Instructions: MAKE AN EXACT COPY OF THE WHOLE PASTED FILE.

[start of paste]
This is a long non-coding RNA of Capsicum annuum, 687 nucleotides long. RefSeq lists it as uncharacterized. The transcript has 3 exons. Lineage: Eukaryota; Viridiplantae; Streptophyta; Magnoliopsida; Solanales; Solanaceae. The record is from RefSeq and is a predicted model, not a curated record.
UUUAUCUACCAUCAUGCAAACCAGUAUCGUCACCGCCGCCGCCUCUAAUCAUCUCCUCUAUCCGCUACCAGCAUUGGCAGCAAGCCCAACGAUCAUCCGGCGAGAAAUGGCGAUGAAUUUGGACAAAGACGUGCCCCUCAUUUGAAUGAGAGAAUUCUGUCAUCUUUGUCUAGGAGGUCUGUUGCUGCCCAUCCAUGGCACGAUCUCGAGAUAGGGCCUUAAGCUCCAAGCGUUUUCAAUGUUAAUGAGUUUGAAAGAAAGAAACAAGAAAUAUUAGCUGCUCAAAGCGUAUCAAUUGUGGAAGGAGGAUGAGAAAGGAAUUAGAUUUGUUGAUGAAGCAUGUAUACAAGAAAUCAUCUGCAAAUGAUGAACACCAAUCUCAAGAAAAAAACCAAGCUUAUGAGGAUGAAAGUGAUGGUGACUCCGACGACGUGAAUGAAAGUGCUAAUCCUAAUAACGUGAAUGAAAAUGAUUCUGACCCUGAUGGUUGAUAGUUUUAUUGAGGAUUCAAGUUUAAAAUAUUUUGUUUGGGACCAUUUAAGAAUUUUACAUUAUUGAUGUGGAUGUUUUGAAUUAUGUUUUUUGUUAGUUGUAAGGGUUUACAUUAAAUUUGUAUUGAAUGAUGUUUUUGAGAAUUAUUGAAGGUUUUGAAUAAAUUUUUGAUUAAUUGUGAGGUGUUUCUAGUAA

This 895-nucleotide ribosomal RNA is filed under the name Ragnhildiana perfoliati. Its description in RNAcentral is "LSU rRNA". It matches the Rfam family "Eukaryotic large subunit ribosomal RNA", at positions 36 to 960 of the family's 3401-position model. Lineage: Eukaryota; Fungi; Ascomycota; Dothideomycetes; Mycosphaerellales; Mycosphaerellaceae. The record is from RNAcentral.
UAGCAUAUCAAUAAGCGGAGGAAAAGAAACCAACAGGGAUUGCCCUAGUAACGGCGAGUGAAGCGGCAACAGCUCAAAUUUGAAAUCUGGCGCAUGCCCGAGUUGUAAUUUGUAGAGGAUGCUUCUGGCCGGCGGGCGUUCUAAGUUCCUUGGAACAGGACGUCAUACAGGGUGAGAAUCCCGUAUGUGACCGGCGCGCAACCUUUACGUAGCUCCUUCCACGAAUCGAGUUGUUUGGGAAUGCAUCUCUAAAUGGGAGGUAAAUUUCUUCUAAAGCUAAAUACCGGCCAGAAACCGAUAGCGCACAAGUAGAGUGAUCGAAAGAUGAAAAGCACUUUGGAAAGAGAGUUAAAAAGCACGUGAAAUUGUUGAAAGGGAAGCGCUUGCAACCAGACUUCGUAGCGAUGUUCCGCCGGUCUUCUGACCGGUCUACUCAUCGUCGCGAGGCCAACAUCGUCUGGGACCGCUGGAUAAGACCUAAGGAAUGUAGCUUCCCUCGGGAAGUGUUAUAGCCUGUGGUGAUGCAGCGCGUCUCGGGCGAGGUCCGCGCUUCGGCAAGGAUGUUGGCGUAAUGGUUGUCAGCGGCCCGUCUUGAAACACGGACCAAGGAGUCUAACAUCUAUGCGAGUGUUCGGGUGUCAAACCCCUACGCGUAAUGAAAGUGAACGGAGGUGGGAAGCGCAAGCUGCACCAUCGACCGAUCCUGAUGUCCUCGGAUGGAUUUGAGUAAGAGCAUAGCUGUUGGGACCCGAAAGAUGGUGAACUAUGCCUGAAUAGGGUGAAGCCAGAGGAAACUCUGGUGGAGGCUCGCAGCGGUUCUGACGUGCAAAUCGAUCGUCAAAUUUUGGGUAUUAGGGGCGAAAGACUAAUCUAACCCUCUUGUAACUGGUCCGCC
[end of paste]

This is a long non-coding RNA of Capsicum annuum, 687 nucleotides long. RefSeq lists it as uncharacterized. The transcript has 3 exons. Lineage: Eukaryota; Viridiplantae; Streptophyta; Magnoliopsida; Solanales; Solanaceae. The record is from RefSeq and is a predicted model, not a curated record.
UUUAUCUACCAUCAUGCAAACCAGUAUCGUCACCGCCGCCGCCUCUAAUCAUCUCCUCUAUCCGCUACCAGCAUUGGCAGCAAGCCCAACGAUCAUCCGGCGAGAAAUGGCGAUGAAUUUGGACAAAGACGUGCCCCUCAUUUGAAUGAGAGAAUUCUGUCAUCUUUGUCUAGGAGGUCUGUUGCUGCCCAUCCAUGGCACGAUCUCGAGAUAGGGCCUUAAGCUCCAAGCGUUUUCAAUGUUAAUGAGUUUGAAAGAAAGAAACAAGAAAUAUUAGCUGCUCAAAGCGUAUCAAUUGUGGAAGGAGGAUGAGAAAGGAAUUAGAUUUGUUGAUGAAGCAUGUAUACAAGAAAUCAUCUGCAAAUGAUGAACACCAAUCUCAAGAAAAAAACCAAGCUUAUGAGGAUGAAAGUGAUGGUGACUCCGACGACGUGAAUGAAAGUGCUAAUCCUAAUAACGUGAAUGAAAAUGAUUCUGACCCUGAUGGUUGAUAGUUUUAUUGAGGAUUCAAGUUUAAAAUAUUUUGUUUGGGACCAUUUAAGAAUUUUACAUUAUUGAUGUGGAUGUUUUGAAUUAUGUUUUUUGUUAGUUGUAAGGGUUUACAUUAAAUUUGUAUUGAAUGAUGUUUUUGAGAAUUAUUGAAGGUUUUGAAUAAAUUUUUGAUUAAUUGUGAGGUGUUUCUAGUAA

This 895-nucleotide ribosomal RNA is filed under the name Ragnhildiana perfoliati. Its description in RNAcentral is "LSU rRNA". It matches the Rfam family "Eukaryotic large subunit ribosomal RNA", at positions 36 to 960 of the family's 3401-position model. Lineage: Eukaryota; Fungi; Ascomycota; Dothideomycetes; Mycosphaerellales; Mycosphaerellaceae. The record is from RNAcentral.
UAGCAUAUCAAUAAGCGGAGGAAAAGAAACCAACAGGGAUUGCCCUAGUAACGGCGAGUGAAGCGGCAACAGCUCAAAUUUGAAAUCUGGCGCAUGCCCGAGUUGUAAUUUGUAGAGGAUGCUUCUGGCCGGCGGGCGUUCUAAGUUCCUUGGAACAGGACGUCAUACAGGGUGAGAAUCCCGUAUGUGACCGGCGCGCAACCUUUACGUAGCUCCUUCCACGAAUCGAGUUGUUUGGGAAUGCAUCUCUAAAUGGGAGGUAAAUUUCUUCUAAAGCUAAAUACCGGCCAGAAACCGAUAGCGCACAAGUAGAGUGAUCGAAAGAUGAAAAGCACUUUGGAAAGAGAGUUAAAAAGCACGUGAAAUUGUUGAAAGGGAAGCGCUUGCAACCAGACUUCGUAGCGAUGUUCCGCCGGUCUUCUGACCGGUCUACUCAUCGUCGCGAGGCCAACAUCGUCUGGGACCGCUGGAUAAGACCUAAGGAAUGUAGCUUCCCUCGGGAAGUGUUAUAGCCUGUGGUGAUGCAGCGCGUCUCGGGCGAGGUCCGCGCUUCGGCAAGGAUGUUGGCGUAAUGGUUGUCAGCGGCCCGUCUUGAAACACGGACCAAGGAGUCUAACAUCUAUGCGAGUGUUCGGGUGUCAAACCCCUACGCGUAAUGAAAGUGAACGGAGGUGGGAAGCGCAAGCUGCACCAUCGACCGAUCCUGAUGUCCUCGGAUGGAUUUGAGUAAGAGCAUAGCUGUUGGGACCCGAAAGAUGGUGAACUAUGCCUGAAUAGGGUGAAGCCAGAGGAAACUCUGGUGGAGGCUCGCAGCGGUUCUGACGUGCAAAUCGAUCGUCAAAUUUUGGGUAUUAGGGGCGAAAGACUAAUCUAACCCUCUUGUAACUGGUCCGCC